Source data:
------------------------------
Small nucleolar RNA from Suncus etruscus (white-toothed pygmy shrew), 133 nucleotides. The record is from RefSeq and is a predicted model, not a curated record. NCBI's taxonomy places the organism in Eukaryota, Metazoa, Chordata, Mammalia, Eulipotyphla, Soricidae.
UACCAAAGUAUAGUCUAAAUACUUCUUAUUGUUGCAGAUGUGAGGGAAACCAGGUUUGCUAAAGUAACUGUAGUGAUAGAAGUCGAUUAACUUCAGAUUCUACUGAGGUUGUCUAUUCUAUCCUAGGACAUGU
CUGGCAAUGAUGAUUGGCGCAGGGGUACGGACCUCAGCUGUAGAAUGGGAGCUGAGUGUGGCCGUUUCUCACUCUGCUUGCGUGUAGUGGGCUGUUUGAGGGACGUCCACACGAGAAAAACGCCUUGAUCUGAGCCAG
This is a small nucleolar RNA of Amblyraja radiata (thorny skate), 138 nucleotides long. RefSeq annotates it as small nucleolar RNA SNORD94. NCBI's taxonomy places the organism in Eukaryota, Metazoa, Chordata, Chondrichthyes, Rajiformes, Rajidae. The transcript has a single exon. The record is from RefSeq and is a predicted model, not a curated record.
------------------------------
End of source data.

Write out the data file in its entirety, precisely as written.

Small nucleolar RNA from Suncus etruscus (white-toothed pygmy shrew), 133 nucleotides. The record is from RefSeq and is a predicted model, not a curated record. NCBI's taxonomy places the organism in Eukaryota, Metazoa, Chordata, Mammalia, Eulipotyphla, Soricidae.
UACCAAAGUAUAGUCUAAAUACUUCUUAUUGUUGCAGAUGUGAGGGAAACCAGGUUUGCUAAAGUAACUGUAGUGAUAGAAGUCGAUUAACUUCAGAUUCUACUGAGGUUGUCUAUUCUAUCCUAGGACAUGU
CUGGCAAUGAUGAUUGGCGCAGGGGUACGGACCUCAGCUGUAGAAUGGGAGCUGAGUGUGGCCGUUUCUCACUCUGCUUGCGUGUAGUGGGCUGUUUGAGGGACGUCCACACGAGAAAAACGCCUUGAUCUGAGCCAG
This is a small nucleolar RNA of Amblyraja radiata (thorny skate), 138 nucleotides long. RefSeq annotates it as small nucleolar RNA SNORD94. NCBI's taxonomy places the organism in Eukaryota, Metazoa, Chordata, Chondrichthyes, Rajiformes, Rajidae. The transcript has a single exon. The record is from RefSeq and is a predicted model, not a curated record.